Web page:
Trump Says UK-US Trade Deal Will Happen Quickly

One-on-one meeting planned between Theresa May and Donald Trump at G20 in Hamburg

British Prime Minister Theresa May to hold talks with Donald Trump at G20

Trump will hold meetings with British Prime Minster Theresa May, President Joko Widodo of Indonesia, Prime Minister Lee Hsien Loong of Singapore, Japanese Prime Minister Shinzo Abe and President Xi Jinping of China.

To take things forward, Donald Trump will need to visit London.

President Trump said he looks forward to "a lot of very positive things happening, for Russian Federation and for the United States and for everybody concerned".

Britain can not seal a separate trade deal with the United States until it has left the European Union in 2019.

Trump met with May on Saturday on the sidelines of the G-20 summit in Hamburg, Germany.

"We are working on a trade deal - a very, very big deal, a very powerful deal, great for both countries, and I think we'll have that done very, very quickly".

She also said she was optimistic about the other trade deals the United Kingdom can get around the world, highlighting China, the US, India and Japan as potential new partners.

British Prime Minister Theresa May said Saturday that she's looking forward to welcoming U.S. President Donald Trump to London, but both sides still are working to find a "suitable date". Asked when, he replied: "We'll work that out".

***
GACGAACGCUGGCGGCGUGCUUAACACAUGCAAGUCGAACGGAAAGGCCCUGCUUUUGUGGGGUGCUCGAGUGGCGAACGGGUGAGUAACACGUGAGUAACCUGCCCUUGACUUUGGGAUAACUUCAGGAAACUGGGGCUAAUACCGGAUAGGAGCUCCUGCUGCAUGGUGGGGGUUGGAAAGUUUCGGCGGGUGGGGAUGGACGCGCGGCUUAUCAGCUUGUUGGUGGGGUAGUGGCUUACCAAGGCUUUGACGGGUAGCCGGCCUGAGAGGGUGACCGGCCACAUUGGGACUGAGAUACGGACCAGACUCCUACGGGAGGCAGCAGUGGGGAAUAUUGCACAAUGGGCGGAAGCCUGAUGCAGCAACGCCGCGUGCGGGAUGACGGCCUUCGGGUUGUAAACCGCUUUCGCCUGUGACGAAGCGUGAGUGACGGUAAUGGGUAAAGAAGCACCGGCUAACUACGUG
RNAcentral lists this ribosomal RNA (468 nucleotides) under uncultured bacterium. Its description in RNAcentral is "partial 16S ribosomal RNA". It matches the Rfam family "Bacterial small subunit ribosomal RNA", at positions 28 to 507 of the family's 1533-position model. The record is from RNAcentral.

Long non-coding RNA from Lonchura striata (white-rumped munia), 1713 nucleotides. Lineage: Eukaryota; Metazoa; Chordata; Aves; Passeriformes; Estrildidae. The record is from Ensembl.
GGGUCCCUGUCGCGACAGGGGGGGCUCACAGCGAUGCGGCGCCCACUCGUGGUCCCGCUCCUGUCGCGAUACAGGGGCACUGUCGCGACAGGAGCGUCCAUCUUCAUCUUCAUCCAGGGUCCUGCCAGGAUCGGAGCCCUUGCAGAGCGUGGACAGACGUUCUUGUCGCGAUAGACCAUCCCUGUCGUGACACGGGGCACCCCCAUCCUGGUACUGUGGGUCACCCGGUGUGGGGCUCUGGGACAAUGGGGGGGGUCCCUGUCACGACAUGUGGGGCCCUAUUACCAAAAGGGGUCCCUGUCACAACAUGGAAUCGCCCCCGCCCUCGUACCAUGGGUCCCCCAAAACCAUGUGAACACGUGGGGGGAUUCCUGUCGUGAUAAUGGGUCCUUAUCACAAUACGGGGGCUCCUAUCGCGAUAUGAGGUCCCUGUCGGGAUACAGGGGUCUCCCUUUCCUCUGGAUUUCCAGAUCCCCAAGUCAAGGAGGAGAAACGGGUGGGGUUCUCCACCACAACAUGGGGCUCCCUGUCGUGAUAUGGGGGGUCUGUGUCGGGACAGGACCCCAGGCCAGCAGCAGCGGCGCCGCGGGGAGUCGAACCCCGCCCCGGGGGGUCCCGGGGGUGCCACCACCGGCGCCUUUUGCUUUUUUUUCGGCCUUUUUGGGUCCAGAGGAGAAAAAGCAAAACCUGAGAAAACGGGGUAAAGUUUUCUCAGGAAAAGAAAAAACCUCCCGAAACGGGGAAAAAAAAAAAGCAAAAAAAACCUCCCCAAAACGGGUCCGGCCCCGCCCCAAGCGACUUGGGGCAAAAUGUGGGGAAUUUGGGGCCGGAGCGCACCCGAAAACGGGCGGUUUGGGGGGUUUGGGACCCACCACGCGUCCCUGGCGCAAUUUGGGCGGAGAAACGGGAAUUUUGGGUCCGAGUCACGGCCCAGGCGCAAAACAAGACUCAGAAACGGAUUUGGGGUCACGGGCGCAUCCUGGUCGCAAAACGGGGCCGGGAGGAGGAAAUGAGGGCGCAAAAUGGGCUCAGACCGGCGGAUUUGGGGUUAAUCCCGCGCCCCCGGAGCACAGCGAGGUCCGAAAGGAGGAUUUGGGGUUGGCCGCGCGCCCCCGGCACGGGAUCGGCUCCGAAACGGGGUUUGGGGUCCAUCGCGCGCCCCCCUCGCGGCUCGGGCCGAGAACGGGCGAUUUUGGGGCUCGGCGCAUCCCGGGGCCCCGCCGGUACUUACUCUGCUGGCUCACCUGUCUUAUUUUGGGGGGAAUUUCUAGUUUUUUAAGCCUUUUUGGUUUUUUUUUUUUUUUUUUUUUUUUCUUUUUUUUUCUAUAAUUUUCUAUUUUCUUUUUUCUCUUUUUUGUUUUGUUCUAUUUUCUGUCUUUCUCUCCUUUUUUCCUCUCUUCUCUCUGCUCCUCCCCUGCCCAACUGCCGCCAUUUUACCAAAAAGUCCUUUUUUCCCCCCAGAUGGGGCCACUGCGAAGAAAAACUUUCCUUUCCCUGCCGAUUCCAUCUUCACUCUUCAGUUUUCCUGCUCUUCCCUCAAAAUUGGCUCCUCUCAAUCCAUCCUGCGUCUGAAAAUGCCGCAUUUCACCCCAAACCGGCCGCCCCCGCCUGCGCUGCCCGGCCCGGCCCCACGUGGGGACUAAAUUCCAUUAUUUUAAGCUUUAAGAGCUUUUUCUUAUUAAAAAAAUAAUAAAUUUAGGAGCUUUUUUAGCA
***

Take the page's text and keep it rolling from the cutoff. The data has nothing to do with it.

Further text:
Britain's Prime Minister Theresa May talks with US President Donald Trump during the G20 leaders summit in Hamburg, Germany July 8, 2017.

Ahead of their meeting, Trump hailed the "very special relationship" he had developed with May.

May was the first leader to officially visit Trump, but the prime minister faced a barrage of criticism upon her return by MPs who questioned whether Britain should develop such a close relationship with the controversial leader.

Japan's new trade deal with the European Union, signed off on Thursday, "could form the basis" of an agreement between London and Tokyo following Brexit, May told the Prime Minister.

Christopher Meyer, a former British ambassador to Washington, said Trump's statement of intent was a "very good sign for the future" and would be "useful" to May.

One of Mrs May's challenges in meeting the US President is to get him to rejoin multilateral efforts on trade and climate change.

Merkel said: "The discussions are very hard, I don't want to talk around that".

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